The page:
b- Reasons for non completion (64 cases) included: recruitment difficulties (28 cases), results of an interim analysis (13 cases), adverse effects (8 cases) and the sponsor’s decision (8 cases) (ref 1).
c- There are currently at least two international registers meeting all the criteria set out by the World Health Organization: the International Standard Randomised Controlled Trial Number Register (http://www.controlled-trials. com/isrctn) and the register of the National Institutes of Health (http://www.clinicaltrials.gov) (refs 4,5). In Europe, and for drug trials only, sponsors are already required to register their protocols in the European trials database (EudraCT, http://eudract.emea.eu.int) of the European Medicines Agency, but this register is not accessible to the public. The main biomedical journals decided in 2005 to no longer publish the results of trials that are not recorded in a public trial register before the first enrolment takes place (ref 8).

1- Decullier E et al. "Fate of biomedical research protocols and publication bias in France: retrospective cohort study" BMJ 2005; 331: 19-22.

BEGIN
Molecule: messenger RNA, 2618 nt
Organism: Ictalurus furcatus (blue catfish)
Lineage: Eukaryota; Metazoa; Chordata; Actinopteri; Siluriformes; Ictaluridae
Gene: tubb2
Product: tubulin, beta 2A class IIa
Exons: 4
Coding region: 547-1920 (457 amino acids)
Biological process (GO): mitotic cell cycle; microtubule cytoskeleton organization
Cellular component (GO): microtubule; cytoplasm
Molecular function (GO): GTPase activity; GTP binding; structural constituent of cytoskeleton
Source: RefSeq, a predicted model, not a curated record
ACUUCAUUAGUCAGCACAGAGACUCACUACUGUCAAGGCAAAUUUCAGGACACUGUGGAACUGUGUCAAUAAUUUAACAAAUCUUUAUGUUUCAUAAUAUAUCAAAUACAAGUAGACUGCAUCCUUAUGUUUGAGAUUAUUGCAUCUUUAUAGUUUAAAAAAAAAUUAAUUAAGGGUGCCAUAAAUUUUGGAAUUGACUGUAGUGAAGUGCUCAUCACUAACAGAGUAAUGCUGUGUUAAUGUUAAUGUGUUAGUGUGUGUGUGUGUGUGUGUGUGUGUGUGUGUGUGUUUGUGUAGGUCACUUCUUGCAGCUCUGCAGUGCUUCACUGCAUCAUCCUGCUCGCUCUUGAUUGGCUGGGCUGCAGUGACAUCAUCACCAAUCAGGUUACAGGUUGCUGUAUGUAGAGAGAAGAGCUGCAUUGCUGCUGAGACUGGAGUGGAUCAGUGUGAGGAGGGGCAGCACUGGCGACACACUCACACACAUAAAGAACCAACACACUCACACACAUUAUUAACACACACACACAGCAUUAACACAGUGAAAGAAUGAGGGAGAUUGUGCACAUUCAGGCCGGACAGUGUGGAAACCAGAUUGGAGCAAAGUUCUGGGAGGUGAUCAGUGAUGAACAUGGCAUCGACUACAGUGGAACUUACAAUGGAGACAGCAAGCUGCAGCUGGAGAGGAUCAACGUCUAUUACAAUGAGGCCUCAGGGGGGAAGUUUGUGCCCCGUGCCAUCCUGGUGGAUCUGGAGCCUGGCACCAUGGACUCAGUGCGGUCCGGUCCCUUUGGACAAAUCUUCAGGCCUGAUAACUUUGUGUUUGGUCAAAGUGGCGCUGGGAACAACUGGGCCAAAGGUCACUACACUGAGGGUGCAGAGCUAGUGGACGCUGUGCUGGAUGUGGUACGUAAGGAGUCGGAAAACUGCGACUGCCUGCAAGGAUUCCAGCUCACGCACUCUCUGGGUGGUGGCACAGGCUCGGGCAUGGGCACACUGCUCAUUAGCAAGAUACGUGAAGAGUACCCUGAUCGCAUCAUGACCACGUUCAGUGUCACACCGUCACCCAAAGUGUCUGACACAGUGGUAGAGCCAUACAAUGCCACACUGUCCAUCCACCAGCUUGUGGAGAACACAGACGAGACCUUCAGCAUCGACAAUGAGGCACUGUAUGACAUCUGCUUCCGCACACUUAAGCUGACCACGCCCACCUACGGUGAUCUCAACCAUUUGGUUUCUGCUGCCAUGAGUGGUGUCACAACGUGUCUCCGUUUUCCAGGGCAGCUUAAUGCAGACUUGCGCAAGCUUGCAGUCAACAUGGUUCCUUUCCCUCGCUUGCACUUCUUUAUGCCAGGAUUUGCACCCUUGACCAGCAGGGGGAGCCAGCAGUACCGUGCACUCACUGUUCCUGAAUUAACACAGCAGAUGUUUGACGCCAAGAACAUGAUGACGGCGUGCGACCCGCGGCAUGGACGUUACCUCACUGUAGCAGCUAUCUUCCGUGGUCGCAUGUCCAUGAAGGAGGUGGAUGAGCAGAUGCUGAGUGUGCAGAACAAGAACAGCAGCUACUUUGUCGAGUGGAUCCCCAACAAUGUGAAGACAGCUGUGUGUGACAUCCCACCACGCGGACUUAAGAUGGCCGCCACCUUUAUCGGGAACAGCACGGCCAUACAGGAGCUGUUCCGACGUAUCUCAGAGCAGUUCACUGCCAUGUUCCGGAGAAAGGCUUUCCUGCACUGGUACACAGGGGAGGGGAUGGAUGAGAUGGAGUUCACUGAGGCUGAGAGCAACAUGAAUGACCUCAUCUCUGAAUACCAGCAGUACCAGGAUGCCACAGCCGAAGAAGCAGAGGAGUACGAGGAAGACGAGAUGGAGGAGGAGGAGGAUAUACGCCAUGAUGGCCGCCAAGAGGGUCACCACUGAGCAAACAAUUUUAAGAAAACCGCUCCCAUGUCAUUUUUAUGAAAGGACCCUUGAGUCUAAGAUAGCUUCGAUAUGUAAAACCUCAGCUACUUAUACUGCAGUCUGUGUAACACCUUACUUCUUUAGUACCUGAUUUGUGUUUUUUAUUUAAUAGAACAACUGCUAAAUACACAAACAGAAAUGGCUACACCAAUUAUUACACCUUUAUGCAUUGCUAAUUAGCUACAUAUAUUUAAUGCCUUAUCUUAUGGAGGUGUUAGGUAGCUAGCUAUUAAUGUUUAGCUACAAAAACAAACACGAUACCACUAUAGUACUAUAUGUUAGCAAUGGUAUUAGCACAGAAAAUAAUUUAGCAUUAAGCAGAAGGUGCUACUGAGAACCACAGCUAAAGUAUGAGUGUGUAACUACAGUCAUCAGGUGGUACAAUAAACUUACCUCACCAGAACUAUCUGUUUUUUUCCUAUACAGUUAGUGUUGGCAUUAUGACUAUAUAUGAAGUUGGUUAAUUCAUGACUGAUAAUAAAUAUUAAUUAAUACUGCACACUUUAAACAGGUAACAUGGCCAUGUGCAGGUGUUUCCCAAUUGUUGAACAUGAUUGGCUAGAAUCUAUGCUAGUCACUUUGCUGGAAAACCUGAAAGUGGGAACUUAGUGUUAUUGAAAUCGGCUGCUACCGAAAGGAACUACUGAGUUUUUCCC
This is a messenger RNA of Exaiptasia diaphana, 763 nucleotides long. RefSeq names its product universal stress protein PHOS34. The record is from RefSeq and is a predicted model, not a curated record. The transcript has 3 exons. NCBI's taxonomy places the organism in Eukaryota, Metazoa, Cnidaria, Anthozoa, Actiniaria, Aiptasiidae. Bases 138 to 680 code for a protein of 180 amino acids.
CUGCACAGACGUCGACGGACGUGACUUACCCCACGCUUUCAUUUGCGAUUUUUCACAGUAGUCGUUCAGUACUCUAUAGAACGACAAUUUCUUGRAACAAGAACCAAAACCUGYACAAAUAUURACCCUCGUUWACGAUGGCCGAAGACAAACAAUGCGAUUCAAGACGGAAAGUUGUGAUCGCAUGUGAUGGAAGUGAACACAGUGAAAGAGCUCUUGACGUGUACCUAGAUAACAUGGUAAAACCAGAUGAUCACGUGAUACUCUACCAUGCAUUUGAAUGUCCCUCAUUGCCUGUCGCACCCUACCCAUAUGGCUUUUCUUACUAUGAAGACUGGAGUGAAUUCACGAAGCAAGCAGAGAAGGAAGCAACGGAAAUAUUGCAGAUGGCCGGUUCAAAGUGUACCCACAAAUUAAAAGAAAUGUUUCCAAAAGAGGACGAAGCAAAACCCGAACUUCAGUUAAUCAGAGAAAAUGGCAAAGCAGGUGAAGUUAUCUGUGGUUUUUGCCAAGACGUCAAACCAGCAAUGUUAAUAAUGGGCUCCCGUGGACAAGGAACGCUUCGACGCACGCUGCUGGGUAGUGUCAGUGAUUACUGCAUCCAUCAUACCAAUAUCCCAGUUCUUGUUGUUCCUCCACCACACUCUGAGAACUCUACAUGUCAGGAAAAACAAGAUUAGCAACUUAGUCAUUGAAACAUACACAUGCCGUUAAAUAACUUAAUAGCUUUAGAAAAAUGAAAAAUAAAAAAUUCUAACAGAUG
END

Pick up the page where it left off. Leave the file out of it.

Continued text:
2- Prescrire Rédaction "Trop d’essais cliniques négatifs non publiés" Rev Prescrire 1999; 19 (196): 465- 466.
3- Prescrire Rédaction "Les biais de publication" Rev Prescrire 1994; 14 (146): 718-720.
4- Krleza-Jeric K "Clinical trial registration: the differing views of industry, the WHO, and the Ottawa Group" PLoS Med 2005; 2 (11): 1093-1097.
5- World Health Organization "International Clinical Trials Registry Platform". Website http://www.who.int/ictrp accessed 20 April 2006.
6- "Décret n°2006-477 du 26 avril 2006 modifiant le chapitre Ier du titre II du livre Ier de la première partie du code de la santé publique relatif aux recherches biomédicales (dispositions réglementaires)" Journal Officiel 27 April 2006: 23 pages.
7- Prescrire Rédaction "Essais cliniques: de nouvelles règles pour la protection des personnes" Rev Prescrire 2005; 25 (267): 858-863.
8- De Angelis CD et al. "Cet essai clinique est-il entièrement inscrit? Déclaration du Comité international des rédacteurs de revues médicales" CMAJ 2005; 172 (13): online 1-3.